In addition to achieving improved blood sugar levels, pediatric patients and their parents reported better health-related quality of life with regard to diabetes care, despite the additional time and attention required by IRT therapy.
This study leveraged the recent advent of blood glucose monitoring systems that let users store and share their data remotely, enabling T1D patients to provide information about their blood sugar levels to their healthcare providers quickly and consistently. Patient age and program adherence played a role in achieving positive outcomes. Also, IRT participants who uploaded their data more frequently experienced better outcomes, according to the researchers.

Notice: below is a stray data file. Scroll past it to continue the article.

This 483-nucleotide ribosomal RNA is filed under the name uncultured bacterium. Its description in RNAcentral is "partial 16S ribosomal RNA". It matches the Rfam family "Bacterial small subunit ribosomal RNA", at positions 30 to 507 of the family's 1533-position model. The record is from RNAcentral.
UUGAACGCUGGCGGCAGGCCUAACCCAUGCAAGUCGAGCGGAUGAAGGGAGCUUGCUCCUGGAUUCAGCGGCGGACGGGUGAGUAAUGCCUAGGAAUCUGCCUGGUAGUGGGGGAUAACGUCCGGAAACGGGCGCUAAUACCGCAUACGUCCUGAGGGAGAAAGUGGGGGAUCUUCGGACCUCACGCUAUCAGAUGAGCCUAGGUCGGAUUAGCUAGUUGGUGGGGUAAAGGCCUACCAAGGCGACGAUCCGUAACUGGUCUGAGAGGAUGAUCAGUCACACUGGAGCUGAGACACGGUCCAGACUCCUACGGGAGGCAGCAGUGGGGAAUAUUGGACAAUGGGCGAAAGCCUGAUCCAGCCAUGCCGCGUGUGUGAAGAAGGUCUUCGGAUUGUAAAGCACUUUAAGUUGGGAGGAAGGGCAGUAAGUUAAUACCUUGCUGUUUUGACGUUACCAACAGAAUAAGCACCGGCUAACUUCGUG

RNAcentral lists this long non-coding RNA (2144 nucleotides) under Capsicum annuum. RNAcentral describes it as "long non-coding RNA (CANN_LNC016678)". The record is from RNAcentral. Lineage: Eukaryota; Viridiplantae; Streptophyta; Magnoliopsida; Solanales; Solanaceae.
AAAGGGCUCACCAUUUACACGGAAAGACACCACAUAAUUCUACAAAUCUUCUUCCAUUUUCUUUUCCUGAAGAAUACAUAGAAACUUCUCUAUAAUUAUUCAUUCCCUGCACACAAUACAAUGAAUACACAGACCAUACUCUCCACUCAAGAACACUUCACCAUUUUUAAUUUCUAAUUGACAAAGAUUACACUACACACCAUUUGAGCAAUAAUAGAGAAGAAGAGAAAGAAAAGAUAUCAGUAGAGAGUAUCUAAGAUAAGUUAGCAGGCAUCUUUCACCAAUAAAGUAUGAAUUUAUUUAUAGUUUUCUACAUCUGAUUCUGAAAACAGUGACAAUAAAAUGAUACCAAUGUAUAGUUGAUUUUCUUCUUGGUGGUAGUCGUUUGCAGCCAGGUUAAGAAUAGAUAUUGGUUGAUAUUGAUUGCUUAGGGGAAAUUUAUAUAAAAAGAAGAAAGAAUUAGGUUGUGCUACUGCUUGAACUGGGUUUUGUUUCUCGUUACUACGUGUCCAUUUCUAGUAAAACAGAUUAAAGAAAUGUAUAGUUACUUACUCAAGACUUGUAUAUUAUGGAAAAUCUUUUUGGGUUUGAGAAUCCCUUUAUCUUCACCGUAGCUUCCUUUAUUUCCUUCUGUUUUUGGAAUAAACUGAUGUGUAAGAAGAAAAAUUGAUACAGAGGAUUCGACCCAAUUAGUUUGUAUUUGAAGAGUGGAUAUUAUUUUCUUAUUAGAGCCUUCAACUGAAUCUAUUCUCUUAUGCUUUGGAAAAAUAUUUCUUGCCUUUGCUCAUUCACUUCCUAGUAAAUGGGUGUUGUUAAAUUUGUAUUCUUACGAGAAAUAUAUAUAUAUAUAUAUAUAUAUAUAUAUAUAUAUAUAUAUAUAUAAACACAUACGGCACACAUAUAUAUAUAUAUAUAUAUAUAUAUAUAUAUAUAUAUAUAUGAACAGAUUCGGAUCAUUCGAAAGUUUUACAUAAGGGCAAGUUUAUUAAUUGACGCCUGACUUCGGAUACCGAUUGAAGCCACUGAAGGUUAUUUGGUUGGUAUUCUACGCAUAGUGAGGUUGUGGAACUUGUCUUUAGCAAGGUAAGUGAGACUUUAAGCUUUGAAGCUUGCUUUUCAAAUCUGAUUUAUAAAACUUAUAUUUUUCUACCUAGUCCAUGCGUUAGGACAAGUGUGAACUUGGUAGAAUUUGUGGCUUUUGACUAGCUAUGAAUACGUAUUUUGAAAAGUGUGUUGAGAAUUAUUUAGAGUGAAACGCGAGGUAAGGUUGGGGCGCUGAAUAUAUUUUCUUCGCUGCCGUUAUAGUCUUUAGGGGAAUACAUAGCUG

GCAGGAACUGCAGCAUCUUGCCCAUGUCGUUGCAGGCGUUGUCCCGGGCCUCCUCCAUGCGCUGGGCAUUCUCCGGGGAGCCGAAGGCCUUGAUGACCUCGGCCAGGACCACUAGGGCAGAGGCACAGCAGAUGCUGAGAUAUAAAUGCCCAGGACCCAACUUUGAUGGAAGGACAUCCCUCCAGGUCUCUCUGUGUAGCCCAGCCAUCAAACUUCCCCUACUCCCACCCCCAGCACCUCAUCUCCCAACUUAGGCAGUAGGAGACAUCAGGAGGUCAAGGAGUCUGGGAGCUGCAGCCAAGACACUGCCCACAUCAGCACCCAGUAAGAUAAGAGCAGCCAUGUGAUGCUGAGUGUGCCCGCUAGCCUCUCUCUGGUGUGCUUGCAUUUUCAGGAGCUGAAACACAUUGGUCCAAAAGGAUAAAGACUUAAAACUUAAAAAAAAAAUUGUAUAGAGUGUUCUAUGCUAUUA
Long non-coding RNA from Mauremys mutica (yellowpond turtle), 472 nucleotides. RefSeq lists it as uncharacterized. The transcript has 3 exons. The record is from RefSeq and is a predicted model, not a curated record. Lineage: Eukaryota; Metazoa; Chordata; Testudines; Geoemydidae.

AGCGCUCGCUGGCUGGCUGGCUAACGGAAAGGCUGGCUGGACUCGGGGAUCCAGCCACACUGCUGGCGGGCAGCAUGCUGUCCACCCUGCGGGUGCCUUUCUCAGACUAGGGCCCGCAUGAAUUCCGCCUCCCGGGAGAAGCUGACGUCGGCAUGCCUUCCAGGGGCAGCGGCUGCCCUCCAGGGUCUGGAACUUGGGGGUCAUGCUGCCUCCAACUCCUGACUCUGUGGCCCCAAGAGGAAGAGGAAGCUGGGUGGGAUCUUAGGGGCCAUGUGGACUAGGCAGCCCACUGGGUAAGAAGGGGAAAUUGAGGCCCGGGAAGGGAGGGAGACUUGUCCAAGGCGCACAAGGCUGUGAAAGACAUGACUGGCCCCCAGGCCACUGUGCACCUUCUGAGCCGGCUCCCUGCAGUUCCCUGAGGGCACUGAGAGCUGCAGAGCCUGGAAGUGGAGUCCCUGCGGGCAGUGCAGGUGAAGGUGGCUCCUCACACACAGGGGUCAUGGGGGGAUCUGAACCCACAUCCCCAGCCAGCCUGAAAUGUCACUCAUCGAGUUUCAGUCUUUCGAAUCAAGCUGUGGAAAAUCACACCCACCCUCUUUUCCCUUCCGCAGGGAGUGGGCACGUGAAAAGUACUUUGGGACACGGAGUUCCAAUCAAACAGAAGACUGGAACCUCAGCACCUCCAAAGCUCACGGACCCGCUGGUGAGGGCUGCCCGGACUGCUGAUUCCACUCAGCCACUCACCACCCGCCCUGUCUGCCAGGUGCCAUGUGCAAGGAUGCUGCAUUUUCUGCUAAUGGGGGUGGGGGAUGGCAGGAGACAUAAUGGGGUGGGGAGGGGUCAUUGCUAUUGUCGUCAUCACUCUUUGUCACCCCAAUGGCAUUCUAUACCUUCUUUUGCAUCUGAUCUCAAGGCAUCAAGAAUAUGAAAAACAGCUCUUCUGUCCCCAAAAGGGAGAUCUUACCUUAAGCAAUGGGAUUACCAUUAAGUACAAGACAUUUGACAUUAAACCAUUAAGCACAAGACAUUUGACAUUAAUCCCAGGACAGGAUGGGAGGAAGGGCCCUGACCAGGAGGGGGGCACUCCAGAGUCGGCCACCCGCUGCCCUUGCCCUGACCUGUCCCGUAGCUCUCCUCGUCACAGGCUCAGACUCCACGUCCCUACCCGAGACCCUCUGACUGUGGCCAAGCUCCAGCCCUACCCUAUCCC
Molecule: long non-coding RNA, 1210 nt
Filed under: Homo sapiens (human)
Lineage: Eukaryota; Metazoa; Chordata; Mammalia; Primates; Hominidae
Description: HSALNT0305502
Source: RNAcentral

All study participants had quarterly clinic visits, and uploaded and sent data on their blood glucose, insulin delivery and fitness activity weekly to their medical team. For the IRT group, the medical team sent a weekly email responding to the patients’ results and, if necessary would recommend a regimen adjustment. Through this ongoing communication, doctors and patients were able to identify issues and respond with care adjustments quickly, which can have significant long-term effects on patients’ health. In addition, IRT participants’ doctors noted that the clinic visits were substantially shorter than usual since issues, analysis and regimen changes were addressed on a weekly basis.